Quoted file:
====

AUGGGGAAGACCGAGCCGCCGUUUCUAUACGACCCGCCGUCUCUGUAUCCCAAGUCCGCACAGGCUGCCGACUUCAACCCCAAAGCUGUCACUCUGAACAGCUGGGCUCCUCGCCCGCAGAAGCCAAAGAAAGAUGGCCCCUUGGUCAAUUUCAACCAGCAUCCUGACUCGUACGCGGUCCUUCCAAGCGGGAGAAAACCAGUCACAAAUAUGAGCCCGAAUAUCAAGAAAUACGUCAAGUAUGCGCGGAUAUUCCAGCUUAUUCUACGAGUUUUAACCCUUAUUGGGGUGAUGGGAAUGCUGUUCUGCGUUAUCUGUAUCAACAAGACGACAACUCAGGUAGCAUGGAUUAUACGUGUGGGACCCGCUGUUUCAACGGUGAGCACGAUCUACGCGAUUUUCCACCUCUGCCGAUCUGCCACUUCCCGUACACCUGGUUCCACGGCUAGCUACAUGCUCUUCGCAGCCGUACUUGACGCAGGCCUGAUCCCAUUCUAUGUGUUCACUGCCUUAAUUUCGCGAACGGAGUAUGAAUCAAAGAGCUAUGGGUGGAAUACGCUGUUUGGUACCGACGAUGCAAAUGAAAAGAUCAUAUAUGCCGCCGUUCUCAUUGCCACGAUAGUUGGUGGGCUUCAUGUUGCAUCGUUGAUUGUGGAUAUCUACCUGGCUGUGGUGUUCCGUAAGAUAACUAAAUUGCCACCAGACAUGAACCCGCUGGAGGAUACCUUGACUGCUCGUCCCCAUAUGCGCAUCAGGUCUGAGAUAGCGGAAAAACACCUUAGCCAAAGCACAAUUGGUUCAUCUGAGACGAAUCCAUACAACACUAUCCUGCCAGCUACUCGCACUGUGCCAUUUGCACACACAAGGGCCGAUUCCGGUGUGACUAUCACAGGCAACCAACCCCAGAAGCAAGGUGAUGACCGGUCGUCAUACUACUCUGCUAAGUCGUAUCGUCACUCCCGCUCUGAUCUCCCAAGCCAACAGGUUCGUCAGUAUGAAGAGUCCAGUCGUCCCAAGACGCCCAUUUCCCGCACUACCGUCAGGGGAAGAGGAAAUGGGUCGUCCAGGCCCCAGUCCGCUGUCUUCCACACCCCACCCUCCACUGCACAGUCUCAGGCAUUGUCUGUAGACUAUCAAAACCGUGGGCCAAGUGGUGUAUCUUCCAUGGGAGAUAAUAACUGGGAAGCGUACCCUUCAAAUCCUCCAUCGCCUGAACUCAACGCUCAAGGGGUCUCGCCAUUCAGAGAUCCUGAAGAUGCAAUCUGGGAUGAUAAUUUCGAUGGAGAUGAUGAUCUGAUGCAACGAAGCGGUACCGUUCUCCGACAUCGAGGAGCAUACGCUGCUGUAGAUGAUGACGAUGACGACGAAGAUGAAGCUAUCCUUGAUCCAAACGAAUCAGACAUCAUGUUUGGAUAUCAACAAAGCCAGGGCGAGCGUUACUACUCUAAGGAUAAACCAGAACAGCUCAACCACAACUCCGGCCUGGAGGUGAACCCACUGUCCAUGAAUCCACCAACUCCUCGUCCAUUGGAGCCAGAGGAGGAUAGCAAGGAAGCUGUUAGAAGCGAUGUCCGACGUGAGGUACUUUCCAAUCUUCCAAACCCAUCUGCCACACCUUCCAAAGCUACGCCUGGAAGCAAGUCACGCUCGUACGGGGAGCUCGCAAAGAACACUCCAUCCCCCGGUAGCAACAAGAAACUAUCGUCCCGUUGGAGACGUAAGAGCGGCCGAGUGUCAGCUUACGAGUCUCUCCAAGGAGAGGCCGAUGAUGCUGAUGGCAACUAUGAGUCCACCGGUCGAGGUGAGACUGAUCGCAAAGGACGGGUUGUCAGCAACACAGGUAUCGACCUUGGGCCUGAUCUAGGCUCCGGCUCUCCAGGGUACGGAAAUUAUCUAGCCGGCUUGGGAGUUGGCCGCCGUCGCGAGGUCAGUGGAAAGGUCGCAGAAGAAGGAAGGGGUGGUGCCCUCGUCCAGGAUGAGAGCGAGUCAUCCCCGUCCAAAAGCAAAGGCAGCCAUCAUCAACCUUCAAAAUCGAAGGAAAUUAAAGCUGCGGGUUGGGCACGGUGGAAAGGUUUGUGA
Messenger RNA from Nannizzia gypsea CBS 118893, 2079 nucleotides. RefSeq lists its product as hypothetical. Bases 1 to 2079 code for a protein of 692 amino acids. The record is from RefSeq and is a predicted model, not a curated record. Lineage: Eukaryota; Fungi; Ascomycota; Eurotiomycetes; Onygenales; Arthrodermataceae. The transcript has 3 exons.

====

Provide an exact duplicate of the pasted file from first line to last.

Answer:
AUGGGGAAGACCGAGCCGCCGUUUCUAUACGACCCGCCGUCUCUGUAUCCCAAGUCCGCACAGGCUGCCGACUUCAACCCCAAAGCUGUCACUCUGAACAGCUGGGCUCCUCGCCCGCAGAAGCCAAAGAAAGAUGGCCCCUUGGUCAAUUUCAACCAGCAUCCUGACUCGUACGCGGUCCUUCCAAGCGGGAGAAAACCAGUCACAAAUAUGAGCCCGAAUAUCAAGAAAUACGUCAAGUAUGCGCGGAUAUUCCAGCUUAUUCUACGAGUUUUAACCCUUAUUGGGGUGAUGGGAAUGCUGUUCUGCGUUAUCUGUAUCAACAAGACGACAACUCAGGUAGCAUGGAUUAUACGUGUGGGACCCGCUGUUUCAACGGUGAGCACGAUCUACGCGAUUUUCCACCUCUGCCGAUCUGCCACUUCCCGUACACCUGGUUCCACGGCUAGCUACAUGCUCUUCGCAGCCGUACUUGACGCAGGCCUGAUCCCAUUCUAUGUGUUCACUGCCUUAAUUUCGCGAACGGAGUAUGAAUCAAAGAGCUAUGGGUGGAAUACGCUGUUUGGUACCGACGAUGCAAAUGAAAAGAUCAUAUAUGCCGCCGUUCUCAUUGCCACGAUAGUUGGUGGGCUUCAUGUUGCAUCGUUGAUUGUGGAUAUCUACCUGGCUGUGGUGUUCCGUAAGAUAACUAAAUUGCCACCAGACAUGAACCCGCUGGAGGAUACCUUGACUGCUCGUCCCCAUAUGCGCAUCAGGUCUGAGAUAGCGGAAAAACACCUUAGCCAAAGCACAAUUGGUUCAUCUGAGACGAAUCCAUACAACACUAUCCUGCCAGCUACUCGCACUGUGCCAUUUGCACACACAAGGGCCGAUUCCGGUGUGACUAUCACAGGCAACCAACCCCAGAAGCAAGGUGAUGACCGGUCGUCAUACUACUCUGCUAAGUCGUAUCGUCACUCCCGCUCUGAUCUCCCAAGCCAACAGGUUCGUCAGUAUGAAGAGUCCAGUCGUCCCAAGACGCCCAUUUCCCGCACUACCGUCAGGGGAAGAGGAAAUGGGUCGUCCAGGCCCCAGUCCGCUGUCUUCCACACCCCACCCUCCACUGCACAGUCUCAGGCAUUGUCUGUAGACUAUCAAAACCGUGGGCCAAGUGGUGUAUCUUCCAUGGGAGAUAAUAACUGGGAAGCGUACCCUUCAAAUCCUCCAUCGCCUGAACUCAACGCUCAAGGGGUCUCGCCAUUCAGAGAUCCUGAAGAUGCAAUCUGGGAUGAUAAUUUCGAUGGAGAUGAUGAUCUGAUGCAACGAAGCGGUACCGUUCUCCGACAUCGAGGAGCAUACGCUGCUGUAGAUGAUGACGAUGACGACGAAGAUGAAGCUAUCCUUGAUCCAAACGAAUCAGACAUCAUGUUUGGAUAUCAACAAAGCCAGGGCGAGCGUUACUACUCUAAGGAUAAACCAGAACAGCUCAACCACAACUCCGGCCUGGAGGUGAACCCACUGUCCAUGAAUCCACCAACUCCUCGUCCAUUGGAGCCAGAGGAGGAUAGCAAGGAAGCUGUUAGAAGCGAUGUCCGACGUGAGGUACUUUCCAAUCUUCCAAACCCAUCUGCCACACCUUCCAAAGCUACGCCUGGAAGCAAGUCACGCUCGUACGGGGAGCUCGCAAAGAACACUCCAUCCCCCGGUAGCAACAAGAAACUAUCGUCCCGUUGGAGACGUAAGAGCGGCCGAGUGUCAGCUUACGAGUCUCUCCAAGGAGAGGCCGAUGAUGCUGAUGGCAACUAUGAGUCCACCGGUCGAGGUGAGACUGAUCGCAAAGGACGGGUUGUCAGCAACACAGGUAUCGACCUUGGGCCUGAUCUAGGCUCCGGCUCUCCAGGGUACGGAAAUUAUCUAGCCGGCUUGGGAGUUGGCCGCCGUCGCGAGGUCAGUGGAAAGGUCGCAGAAGAAGGAAGGGGUGGUGCCCUCGUCCAGGAUGAGAGCGAGUCAUCCCCGUCCAAAAGCAAAGGCAGCCAUCAUCAACCUUCAAAAUCGAAGGAAAUUAAAGCUGCGGGUUGGGCACGGUGGAAAGGUUUGUGA
Messenger RNA from Nannizzia gypsea CBS 118893, 2079 nucleotides. RefSeq lists its product as hypothetical. Bases 1 to 2079 code for a protein of 692 amino acids. The record is from RefSeq and is a predicted model, not a curated record. Lineage: Eukaryota; Fungi; Ascomycota; Eurotiomycetes; Onygenales; Arthrodermataceae. The transcript has 3 exons.